• Home
  • Food For Thought – Five Ways to Cook More Often

Food For Thought – Five Ways to Cook More Often

Do you ever struggle with getting healthy, homemade meals on the table after a long day? Do you order takeout a couple times a week? Pick up pre-made meals from your local grocer? Drive thru? You’re not alone! According to Statistics Canada, 54 per cent of Canadians eat out once a week or more, and 40 per cent say they eat out for convenience, have no time to cook, or do not like or know how to cook. If you can relate to one or all four of these, I have five ways to help you cook more often!

 

But why is cooking more often important? When we consume processed and prepared foods on a regular basis, we contribute excess sodium, sugars or saturated fat to our diets, putting us at greater risk for obesity. Obesity is a risk factor for many chronic diseases including cardiovascular diseases, hypertension, type 2 diabetes, and some types of cancer. Canada’s food guide reminds us that healthy eating is not just the foods we eat – it’s also about where, why, when and how we eat too! Cooking more often can help us develop those healthy eating habits while preventing the excess sodium, sugars or saturated fat.

 

Five ways to help you cook more often:

 

  1. Cook once/eat twice

This doesn’t mean you have to eat the same meal twice though! With some thought and a little planning, you can get creative. For example, you can double the rice for your stir-fry one night and with the extra rice, prepare a pilaf the next day. Just add a can of beans and whatever veg you have in the fridge or freezer and “voila!”, dinner number two is served.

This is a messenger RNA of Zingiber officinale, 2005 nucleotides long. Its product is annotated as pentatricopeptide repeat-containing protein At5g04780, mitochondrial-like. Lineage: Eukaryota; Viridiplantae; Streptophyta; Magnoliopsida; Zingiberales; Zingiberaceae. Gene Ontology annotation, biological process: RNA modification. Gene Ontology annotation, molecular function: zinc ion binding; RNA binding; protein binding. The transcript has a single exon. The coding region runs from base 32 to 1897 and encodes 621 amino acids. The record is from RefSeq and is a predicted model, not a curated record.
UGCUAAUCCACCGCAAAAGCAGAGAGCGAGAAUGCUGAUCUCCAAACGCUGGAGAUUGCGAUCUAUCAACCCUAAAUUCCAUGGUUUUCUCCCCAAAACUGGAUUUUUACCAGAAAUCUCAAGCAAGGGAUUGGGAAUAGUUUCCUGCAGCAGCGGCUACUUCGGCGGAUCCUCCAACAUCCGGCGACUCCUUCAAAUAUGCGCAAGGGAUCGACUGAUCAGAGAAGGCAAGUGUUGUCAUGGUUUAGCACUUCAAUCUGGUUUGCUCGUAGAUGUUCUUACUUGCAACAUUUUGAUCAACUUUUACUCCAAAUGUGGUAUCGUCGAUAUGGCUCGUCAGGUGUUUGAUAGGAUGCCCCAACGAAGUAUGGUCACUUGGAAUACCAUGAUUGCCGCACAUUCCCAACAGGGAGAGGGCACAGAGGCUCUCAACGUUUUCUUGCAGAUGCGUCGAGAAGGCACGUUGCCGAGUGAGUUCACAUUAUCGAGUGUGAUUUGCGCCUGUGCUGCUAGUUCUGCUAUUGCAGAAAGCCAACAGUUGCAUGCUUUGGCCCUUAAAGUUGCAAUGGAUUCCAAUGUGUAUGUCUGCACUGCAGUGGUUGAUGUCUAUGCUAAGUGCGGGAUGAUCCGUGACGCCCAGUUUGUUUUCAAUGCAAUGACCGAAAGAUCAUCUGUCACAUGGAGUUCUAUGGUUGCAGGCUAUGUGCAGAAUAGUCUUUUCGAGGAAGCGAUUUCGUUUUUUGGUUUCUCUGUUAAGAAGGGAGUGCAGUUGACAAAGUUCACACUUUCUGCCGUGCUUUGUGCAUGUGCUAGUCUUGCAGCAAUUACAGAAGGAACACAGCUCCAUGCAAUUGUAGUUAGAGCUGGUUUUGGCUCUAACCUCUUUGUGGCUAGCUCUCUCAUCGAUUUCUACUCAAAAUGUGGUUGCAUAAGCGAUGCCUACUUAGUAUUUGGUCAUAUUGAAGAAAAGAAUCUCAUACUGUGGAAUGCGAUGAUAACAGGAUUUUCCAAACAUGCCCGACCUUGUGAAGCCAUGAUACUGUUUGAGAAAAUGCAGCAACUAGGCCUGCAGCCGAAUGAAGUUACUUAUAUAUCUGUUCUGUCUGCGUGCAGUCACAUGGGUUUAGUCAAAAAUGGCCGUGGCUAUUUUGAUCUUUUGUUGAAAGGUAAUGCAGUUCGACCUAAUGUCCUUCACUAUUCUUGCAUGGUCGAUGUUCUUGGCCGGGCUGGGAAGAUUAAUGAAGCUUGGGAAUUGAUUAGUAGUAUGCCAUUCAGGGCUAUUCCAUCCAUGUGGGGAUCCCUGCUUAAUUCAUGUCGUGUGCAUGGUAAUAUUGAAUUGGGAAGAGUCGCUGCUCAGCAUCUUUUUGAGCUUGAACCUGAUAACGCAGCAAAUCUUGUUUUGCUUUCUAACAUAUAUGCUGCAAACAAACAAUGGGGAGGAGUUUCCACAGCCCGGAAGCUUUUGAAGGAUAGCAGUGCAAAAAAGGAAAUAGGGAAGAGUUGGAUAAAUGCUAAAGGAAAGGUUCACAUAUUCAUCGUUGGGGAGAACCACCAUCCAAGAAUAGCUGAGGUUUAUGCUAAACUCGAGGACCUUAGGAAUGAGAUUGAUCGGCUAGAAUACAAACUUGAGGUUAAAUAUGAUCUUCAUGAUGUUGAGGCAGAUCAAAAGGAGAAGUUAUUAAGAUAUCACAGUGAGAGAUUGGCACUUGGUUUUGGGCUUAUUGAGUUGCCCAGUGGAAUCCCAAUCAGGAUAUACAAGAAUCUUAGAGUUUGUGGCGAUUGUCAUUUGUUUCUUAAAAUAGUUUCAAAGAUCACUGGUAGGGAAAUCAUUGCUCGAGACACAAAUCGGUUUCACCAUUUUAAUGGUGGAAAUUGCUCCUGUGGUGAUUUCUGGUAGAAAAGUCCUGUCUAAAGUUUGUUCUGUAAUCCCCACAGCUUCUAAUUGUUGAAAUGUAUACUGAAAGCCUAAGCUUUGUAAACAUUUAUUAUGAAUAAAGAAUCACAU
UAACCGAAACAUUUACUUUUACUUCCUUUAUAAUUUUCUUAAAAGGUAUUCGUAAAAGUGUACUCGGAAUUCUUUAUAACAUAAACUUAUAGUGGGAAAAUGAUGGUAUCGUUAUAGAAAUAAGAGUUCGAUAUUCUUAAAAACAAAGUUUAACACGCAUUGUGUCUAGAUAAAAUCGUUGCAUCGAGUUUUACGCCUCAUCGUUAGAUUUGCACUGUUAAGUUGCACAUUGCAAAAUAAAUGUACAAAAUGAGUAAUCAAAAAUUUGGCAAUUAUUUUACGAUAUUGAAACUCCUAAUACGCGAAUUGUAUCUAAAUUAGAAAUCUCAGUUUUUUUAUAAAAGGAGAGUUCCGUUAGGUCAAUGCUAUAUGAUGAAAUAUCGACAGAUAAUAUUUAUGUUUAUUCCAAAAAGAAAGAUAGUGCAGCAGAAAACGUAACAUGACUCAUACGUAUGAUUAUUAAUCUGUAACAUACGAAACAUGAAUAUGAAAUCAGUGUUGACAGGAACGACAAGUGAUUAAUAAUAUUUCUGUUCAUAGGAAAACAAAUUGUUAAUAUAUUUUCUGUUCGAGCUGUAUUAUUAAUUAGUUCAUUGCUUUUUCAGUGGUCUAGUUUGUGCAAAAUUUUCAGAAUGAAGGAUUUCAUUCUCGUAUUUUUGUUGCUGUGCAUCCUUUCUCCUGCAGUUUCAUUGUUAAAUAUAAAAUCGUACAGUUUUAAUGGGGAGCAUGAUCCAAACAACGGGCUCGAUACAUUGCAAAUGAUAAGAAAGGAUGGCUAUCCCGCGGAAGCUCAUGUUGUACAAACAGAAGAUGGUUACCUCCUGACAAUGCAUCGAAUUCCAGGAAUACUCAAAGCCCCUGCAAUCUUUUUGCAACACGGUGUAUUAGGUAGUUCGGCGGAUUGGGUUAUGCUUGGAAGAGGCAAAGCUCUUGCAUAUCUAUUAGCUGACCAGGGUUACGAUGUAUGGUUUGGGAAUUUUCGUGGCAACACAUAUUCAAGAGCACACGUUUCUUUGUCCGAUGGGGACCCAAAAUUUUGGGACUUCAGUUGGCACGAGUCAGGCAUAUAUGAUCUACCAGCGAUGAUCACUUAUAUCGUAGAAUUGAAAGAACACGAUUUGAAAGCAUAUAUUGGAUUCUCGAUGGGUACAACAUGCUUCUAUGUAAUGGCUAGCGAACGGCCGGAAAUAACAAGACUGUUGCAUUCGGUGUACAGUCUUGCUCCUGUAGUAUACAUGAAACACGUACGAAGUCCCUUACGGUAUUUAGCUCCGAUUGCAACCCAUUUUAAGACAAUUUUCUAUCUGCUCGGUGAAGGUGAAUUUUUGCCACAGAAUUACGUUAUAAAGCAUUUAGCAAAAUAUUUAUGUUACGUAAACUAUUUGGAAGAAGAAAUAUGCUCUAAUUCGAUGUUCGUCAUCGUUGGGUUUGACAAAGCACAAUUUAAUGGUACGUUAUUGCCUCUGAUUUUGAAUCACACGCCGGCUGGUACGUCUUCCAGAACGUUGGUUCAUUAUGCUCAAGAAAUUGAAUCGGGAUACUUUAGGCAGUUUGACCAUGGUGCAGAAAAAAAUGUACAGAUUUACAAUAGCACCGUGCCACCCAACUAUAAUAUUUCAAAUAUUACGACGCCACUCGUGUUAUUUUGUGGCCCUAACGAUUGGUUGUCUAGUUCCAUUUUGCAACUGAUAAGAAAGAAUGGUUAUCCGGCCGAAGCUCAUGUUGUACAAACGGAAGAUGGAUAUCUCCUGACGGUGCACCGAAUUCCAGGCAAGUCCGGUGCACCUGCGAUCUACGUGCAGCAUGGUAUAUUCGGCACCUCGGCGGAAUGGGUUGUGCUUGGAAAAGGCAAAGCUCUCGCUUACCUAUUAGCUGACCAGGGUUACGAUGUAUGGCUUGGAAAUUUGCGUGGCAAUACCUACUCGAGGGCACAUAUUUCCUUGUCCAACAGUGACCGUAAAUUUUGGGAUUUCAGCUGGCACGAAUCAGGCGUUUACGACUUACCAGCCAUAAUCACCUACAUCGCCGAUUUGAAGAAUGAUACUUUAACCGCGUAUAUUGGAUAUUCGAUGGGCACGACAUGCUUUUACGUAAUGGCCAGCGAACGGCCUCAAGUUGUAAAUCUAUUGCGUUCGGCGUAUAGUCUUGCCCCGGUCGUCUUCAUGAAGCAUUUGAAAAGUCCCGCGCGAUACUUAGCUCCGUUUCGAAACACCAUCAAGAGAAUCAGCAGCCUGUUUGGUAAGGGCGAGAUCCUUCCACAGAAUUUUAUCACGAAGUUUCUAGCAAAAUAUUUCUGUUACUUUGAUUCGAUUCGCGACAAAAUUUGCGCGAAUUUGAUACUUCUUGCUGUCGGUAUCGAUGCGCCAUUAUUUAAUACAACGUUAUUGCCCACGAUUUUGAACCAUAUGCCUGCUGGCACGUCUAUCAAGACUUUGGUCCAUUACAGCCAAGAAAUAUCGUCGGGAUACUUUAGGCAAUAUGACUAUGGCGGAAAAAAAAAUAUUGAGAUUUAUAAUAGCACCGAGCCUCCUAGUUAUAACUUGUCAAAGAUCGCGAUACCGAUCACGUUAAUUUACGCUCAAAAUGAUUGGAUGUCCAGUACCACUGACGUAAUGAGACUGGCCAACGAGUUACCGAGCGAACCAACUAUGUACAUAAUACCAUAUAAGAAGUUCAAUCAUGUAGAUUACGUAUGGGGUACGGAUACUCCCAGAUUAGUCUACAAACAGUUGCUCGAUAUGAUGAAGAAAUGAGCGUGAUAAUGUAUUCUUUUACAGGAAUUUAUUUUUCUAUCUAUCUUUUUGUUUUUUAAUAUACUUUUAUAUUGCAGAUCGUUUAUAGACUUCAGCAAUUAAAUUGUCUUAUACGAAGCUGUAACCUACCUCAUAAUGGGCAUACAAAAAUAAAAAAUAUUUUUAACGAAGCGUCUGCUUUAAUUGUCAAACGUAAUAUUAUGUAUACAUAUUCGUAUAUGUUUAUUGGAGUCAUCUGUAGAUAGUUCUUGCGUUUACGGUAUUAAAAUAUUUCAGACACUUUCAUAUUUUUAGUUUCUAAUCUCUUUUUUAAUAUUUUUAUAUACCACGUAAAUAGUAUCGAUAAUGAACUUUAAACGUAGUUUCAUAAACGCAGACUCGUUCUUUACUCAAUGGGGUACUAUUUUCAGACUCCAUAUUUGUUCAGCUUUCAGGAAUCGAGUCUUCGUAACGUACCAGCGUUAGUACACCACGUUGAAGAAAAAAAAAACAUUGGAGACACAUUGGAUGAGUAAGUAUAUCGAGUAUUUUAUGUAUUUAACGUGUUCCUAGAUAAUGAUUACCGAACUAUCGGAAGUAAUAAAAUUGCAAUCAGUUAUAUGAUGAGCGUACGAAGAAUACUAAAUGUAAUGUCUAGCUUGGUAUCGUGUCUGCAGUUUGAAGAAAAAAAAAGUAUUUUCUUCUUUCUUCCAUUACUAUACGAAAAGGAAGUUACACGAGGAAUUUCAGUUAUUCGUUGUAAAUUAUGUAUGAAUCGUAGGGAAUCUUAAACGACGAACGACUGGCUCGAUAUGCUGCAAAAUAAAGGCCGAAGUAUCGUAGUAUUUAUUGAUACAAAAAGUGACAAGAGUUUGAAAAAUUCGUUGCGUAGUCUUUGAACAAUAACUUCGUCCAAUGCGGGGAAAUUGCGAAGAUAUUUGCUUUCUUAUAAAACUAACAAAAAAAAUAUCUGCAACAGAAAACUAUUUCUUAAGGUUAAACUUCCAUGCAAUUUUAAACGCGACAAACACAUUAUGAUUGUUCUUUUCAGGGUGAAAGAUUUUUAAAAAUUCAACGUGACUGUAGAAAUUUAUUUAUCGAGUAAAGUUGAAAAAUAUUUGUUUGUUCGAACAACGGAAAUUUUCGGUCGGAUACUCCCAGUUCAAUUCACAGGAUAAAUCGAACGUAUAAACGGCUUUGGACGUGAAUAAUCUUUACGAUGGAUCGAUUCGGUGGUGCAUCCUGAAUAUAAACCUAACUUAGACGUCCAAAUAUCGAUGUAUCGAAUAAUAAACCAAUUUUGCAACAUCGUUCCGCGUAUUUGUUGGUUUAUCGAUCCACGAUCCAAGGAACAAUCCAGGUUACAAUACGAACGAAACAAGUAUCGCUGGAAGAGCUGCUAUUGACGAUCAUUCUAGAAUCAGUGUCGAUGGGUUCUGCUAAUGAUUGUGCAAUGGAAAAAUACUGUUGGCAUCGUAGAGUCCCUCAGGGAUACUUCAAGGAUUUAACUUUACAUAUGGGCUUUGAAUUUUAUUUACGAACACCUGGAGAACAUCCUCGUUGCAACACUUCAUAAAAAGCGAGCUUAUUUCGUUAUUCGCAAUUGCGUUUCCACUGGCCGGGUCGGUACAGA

1. Batch cook

Make meals in bigger batches and freeze meal size leftovers for easy weeknight meals or lunches. I like to batch cook chili, soups, stir-fries, and spaghetti sauce.

 

  1. Use time-saving kitchen tools

Make cooking at home easier (and quicker) for you by using these tools:

  • Mini chopper for dicing foods like garlic and onion
  • Hand blender for soups and sauces
  • Slow cooker to do the cooking while you get stuff done
  • Pressure cooker to make meals in a hurry

 

  1. Stock your fridge and pantry with healthy options

Stock your pantry with canned beans to add to soups, salads or main dishes. I like to add chickpeas to salads and lentils to rice. Another staple in my cupboard is canned tuna for quick tuna salad sandwiches or to add to a salad. In my fridge you will always find bell peppers and broccoli to snack on, Romaine for salad, eggs, milk and avocado (I have a recent obsession with avocado on toast). My freezer is stocked with bread (because I don’t eat it fast enough), frozen fruit and veggies, and frozen homemade meals galore… and frozen jujubes, but we won’t go there.

 

  1. Gather recipes

Place a folder in your kitchen in an accessible spot. As you come across recipes you’d like to try, add them to your folder. Canada’s food guide has some great quick and easy recipes to help you make healthy and convenient weeknight meals.

 

Happy cooking!

Jenn Giurgevich is a Registered Dietitian and former contract Professor at Brescia University College with a wealth of nutrition knowledge. Over the last 10+ years, Jenn has paired her love for nutrition and health with her undeniable love for fitness, working as both a personal trainer and fitness instructor.

 

Questions? Comments? Contact us today!

Subscribe to our Free Online Magazine!

News Letter